As Russia's first Winter Olympics headed into the final weekend,
the host nation rejoiced after snatching the coveted figure skating
title for the first time late on Thursday.
Adelina Sotnikova, who few had expected to be among the medals
before the competition began, eclipsed overwhelming favorite Kim
despite the defending champion producing a stirring performance that
many viewers had deemed to be enough.
The controversy rumbled on into Friday, when South Koreans expressed
shock and anger at a decision they said had been engineered to favor
More than 800,000 people signed an online petition demanding an
inquiry into Kim's loss, which many in the country of 50 million
people stayed up into the early hours to watch. "Queen Yuna" is
South Korea's most loved and best-known athlete.
It was not only South Koreans who doubted the outcome.
"I am stunned by this result. I don't understand the scoring," Katarina Witt, the 1984 and 1988 champion, was heard commentating on
German TV from her booth at the venue.
Russian television and radio stations lionized their 17-year-old
champion on Friday, although the Sovietsky Sport newspaper referred
to the scandal with the headline: "American media cast doubt over
Adelina Sotnikova's victory".
Its columnist gave his own analysis as to why the result should not
be called into question.
In another controversy, the German Olympic Committee announced that
an unnamed athlete had returned an abnormal doping sample at the
Sochi Games and a second sample would be tested later on Friday to
determine the presence of banned substances.
So far no athlete has tested positive for banned drugs at Russia's
first Winter Olympics, with the IOC eager to stop cheats from
getting to the Games with increased testing in the months leading up
to the event.
PAIN OF DEFEAT
The judging controversy and doping test were a distraction from
Friday's action, when seven more medals will be decided.
With 81 out of 98 events completed, Norway leads the medals table
with 10 golds, ahead of the United States and Germany on eight and
Russia and Canada on seven.
The women's Alpine skiers bid farewell to the Games with the slalom
in the Caucasus Mountains above Sochi, and the women also compete in
the freestyle skiing skicross event.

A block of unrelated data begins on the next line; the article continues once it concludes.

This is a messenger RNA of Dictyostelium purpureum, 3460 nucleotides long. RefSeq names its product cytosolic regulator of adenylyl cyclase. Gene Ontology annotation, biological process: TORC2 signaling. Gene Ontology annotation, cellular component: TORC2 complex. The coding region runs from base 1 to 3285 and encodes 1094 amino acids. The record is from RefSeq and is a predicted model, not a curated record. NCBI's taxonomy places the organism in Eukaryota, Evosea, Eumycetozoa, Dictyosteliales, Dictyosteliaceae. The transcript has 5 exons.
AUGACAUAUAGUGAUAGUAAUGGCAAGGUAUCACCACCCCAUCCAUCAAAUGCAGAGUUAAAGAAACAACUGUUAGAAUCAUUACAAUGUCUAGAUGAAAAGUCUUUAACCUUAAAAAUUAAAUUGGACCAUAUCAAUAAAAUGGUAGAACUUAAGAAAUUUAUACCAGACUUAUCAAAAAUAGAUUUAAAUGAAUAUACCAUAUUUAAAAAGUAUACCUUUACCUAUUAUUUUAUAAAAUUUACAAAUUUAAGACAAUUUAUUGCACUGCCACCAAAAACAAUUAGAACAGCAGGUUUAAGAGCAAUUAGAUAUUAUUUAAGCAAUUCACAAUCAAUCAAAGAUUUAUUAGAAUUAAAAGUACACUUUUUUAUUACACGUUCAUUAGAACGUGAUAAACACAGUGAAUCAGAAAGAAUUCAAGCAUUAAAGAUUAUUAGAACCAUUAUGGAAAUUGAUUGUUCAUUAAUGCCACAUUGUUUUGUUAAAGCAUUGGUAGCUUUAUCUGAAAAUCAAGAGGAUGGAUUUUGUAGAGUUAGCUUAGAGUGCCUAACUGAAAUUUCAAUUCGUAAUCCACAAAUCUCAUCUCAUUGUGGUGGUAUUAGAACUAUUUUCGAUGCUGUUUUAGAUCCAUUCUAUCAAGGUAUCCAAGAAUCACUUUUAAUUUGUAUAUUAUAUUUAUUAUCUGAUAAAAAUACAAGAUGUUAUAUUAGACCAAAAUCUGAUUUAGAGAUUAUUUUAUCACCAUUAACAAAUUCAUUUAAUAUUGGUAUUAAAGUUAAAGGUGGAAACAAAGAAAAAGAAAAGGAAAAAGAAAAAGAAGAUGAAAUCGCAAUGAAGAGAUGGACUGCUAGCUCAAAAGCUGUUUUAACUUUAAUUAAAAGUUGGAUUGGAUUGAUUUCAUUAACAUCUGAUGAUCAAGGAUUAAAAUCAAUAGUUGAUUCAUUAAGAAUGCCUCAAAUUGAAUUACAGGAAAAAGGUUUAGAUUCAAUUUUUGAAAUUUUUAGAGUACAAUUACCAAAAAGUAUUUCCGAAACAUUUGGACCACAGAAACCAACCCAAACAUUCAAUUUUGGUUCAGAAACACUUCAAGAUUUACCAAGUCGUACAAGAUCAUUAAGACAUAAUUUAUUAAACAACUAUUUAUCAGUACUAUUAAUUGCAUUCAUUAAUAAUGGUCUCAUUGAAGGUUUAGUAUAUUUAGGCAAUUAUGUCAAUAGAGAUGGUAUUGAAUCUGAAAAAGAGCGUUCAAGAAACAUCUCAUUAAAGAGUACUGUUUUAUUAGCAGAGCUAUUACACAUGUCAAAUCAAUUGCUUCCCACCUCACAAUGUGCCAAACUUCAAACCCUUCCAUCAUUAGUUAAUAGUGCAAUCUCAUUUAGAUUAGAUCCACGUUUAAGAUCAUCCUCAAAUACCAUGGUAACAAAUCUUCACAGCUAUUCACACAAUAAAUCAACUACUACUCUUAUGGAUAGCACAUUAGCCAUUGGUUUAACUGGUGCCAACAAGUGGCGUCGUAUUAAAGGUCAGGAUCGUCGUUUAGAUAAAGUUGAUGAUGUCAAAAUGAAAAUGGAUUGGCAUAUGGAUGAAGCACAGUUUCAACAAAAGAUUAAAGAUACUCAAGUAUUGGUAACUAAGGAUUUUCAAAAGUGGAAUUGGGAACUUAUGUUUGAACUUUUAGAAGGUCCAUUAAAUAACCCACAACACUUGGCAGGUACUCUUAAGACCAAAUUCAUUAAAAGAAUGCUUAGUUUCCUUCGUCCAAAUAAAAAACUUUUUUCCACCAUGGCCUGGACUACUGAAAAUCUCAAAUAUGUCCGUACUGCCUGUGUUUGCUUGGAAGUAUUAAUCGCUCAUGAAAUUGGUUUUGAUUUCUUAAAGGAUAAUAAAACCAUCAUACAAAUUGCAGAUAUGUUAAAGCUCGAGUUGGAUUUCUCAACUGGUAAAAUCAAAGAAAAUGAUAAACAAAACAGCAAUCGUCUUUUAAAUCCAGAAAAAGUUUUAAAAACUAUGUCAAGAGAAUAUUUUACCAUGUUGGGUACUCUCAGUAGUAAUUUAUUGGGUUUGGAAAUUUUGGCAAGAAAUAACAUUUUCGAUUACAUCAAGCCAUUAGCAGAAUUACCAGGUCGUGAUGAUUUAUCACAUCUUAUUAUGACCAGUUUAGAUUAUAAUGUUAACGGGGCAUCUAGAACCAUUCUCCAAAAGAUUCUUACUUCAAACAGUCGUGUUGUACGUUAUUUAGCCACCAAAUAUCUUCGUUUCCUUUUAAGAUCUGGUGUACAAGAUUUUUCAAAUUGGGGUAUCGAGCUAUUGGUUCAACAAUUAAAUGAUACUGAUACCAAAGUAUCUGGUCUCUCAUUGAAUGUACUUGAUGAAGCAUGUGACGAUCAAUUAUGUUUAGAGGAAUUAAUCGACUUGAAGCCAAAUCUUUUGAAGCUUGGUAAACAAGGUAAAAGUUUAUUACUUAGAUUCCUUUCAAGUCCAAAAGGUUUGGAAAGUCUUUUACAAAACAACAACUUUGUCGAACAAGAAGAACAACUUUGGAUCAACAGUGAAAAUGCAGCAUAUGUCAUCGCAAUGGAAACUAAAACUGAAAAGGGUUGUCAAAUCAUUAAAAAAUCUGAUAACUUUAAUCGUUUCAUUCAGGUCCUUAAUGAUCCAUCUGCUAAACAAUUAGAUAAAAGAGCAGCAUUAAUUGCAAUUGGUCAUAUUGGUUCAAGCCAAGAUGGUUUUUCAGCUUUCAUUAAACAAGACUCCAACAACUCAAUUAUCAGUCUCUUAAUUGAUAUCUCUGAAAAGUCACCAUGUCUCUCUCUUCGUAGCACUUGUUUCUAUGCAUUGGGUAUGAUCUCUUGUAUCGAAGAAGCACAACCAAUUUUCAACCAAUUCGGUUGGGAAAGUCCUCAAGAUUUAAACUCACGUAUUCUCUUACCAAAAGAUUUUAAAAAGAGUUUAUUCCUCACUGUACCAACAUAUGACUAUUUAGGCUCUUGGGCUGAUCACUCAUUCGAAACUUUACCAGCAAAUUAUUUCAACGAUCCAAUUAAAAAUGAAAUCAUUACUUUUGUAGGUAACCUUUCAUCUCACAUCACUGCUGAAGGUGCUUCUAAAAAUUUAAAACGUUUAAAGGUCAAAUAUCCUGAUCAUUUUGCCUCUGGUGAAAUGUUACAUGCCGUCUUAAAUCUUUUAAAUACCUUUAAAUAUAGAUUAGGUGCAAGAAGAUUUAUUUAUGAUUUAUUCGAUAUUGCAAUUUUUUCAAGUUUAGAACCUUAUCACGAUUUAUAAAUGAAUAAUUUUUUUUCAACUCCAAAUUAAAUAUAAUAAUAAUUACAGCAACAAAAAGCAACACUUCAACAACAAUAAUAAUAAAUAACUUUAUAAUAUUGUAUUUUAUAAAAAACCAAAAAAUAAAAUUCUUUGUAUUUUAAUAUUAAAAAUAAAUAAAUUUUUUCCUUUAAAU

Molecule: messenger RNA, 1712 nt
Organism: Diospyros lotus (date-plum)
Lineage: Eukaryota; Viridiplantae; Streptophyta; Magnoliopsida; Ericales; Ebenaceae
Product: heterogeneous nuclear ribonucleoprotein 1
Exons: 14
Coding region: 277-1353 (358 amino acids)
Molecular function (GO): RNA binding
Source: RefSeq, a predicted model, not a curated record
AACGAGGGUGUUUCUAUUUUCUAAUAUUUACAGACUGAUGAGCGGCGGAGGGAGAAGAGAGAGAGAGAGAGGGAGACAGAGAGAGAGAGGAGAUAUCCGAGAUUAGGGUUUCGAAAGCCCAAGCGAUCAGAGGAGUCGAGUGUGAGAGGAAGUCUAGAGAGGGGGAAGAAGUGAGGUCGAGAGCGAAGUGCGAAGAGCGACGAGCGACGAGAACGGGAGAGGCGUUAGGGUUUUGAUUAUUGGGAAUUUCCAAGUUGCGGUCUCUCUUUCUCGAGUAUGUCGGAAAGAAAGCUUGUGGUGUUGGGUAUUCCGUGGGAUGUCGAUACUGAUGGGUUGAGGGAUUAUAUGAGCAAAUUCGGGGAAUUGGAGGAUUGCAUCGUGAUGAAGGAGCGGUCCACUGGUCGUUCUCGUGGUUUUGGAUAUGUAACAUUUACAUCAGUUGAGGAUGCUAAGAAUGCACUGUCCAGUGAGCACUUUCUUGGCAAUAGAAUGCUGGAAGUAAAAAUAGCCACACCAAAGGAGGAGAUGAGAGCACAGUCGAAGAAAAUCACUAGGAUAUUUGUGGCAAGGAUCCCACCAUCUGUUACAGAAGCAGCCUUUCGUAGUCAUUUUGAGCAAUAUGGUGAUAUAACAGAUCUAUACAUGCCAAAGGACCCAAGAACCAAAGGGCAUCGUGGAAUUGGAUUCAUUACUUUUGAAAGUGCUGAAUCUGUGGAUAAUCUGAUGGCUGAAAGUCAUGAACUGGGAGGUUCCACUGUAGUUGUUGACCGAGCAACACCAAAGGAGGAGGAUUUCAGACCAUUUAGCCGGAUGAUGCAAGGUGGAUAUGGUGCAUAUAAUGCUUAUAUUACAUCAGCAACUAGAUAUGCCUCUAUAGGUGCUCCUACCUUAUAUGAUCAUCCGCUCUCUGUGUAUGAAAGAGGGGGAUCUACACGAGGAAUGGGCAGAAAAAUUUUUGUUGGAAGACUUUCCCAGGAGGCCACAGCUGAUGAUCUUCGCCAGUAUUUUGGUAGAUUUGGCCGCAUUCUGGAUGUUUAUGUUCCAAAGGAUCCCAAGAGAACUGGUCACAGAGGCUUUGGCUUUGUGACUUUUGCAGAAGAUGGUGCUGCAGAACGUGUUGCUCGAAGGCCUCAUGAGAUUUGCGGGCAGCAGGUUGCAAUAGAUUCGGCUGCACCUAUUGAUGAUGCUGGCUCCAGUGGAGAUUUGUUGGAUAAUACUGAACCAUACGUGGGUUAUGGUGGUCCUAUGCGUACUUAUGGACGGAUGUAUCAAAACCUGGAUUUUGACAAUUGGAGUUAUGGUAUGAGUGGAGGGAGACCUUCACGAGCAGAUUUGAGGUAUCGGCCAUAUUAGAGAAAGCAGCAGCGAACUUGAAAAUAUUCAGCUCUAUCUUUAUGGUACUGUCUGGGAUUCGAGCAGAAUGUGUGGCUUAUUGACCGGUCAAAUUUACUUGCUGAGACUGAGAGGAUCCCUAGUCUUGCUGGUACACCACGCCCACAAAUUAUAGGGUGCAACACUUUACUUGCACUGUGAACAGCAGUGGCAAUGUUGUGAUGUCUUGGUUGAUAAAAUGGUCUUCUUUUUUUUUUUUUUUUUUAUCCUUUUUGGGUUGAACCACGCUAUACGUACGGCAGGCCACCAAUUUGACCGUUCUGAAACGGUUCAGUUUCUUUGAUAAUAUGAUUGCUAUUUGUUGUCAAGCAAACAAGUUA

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Notable by her absence from the slalom will be Ukrainian skier
Bogdana Matsotska, who withdrew from the Olympics on Thursday in
protest over her government's handling of deadly anti-government
demonstrations in Kiev.
At least 75 people have been killed in clashes between security
forces and protesters opposed to President Viktor Yanukovich, who
enjoys Russia's backing.
Russian President Vladimir Putin will be desperate for the crisis in
neighboring Ukraine not to overshadow Sochi, which he has used to
project his country as a modern, tolerant state that does not
deserve the Western criticism it receives.
But Russian protest group Pussy Riot, who released a music video in
Sochi this week attacking the Games and Putin's human rights record,
have drawn international attention to what critics say is his
refusal to brook opposition.
ICE HOCKEY SUPERPOWERS CLASH
The women's biathlon relay may be postponed as the Laura venue was
again wrapped in fog. The men's mass start was delayed twice and
eventually held on Tuesday instead of Sunday.
Arguably the highlight of the day, though, will be the men's ice
hockey semi-final between two of the sport's superpowers, the United
States and Canada, at the futuristic Bolshoy Ice Dome.
The teams met in the last final in Vancouver in 2010, and the
Americans will have revenge on their minds.
The other semi-final is also a gold medal rematch with Finland and
Sweden clashing just as they did in the 2006 Turin final, which was
won by the Swedes.
In the women's ice hockey final late on Thursday, Canada snatched
victory from the jaws of defeat in a nail-biter that went into
overtime, leaving the U.S. team devastated.
Canada faces Britain in the men's curling final, seeking to emulate
their women's team who beat Sweden to win gold on Thursday.
There are three more golds to be won in the unpredictable sport of
short track speed skating where the favorites can often get bumped
out of contention.
South Korean-born Viktor Ahn, now competing for Russia, seeks to add
to his haul of four Olympic gold medals in the 500 meters and 5,000m
men's relay, while Elise Christie hunts Britain's first Olympic
short track gold in the women's 1,000m.
(Reporting by the Reuters Olympics team in Sochi and Rosa Khutor;
editing by Peter Rutherford)
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